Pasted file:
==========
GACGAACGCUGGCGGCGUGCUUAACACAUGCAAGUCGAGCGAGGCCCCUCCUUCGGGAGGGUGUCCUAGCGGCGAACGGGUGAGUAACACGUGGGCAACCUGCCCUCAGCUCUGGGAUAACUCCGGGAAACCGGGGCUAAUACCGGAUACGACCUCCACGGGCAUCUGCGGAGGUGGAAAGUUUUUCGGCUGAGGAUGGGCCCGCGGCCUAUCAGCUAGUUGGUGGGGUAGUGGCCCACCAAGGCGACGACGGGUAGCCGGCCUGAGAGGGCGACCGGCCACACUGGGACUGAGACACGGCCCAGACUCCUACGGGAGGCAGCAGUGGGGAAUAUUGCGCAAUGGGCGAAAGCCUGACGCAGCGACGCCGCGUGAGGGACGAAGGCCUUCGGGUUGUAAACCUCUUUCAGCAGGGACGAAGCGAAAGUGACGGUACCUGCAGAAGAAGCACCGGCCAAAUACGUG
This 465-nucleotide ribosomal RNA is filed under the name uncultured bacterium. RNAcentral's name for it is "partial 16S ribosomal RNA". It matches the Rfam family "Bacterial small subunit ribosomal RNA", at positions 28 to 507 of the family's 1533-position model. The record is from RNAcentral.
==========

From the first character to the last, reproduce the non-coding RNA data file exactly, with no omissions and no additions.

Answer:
GACGAACGCUGGCGGCGUGCUUAACACAUGCAAGUCGAGCGAGGCCCCUCCUUCGGGAGGGUGUCCUAGCGGCGAACGGGUGAGUAACACGUGGGCAACCUGCCCUCAGCUCUGGGAUAACUCCGGGAAACCGGGGCUAAUACCGGAUACGACCUCCACGGGCAUCUGCGGAGGUGGAAAGUUUUUCGGCUGAGGAUGGGCCCGCGGCCUAUCAGCUAGUUGGUGGGGUAGUGGCCCACCAAGGCGACGACGGGUAGCCGGCCUGAGAGGGCGACCGGCCACACUGGGACUGAGACACGGCCCAGACUCCUACGGGAGGCAGCAGUGGGGAAUAUUGCGCAAUGGGCGAAAGCCUGACGCAGCGACGCCGCGUGAGGGACGAAGGCCUUCGGGUUGUAAACCUCUUUCAGCAGGGACGAAGCGAAAGUGACGGUACCUGCAGAAGAAGCACCGGCCAAAUACGUG
This 465-nucleotide ribosomal RNA is filed under the name uncultured bacterium. RNAcentral's name for it is "partial 16S ribosomal RNA". It matches the Rfam family "Bacterial small subunit ribosomal RNA", at positions 28 to 507 of the family's 1533-position model. The record is from RNAcentral.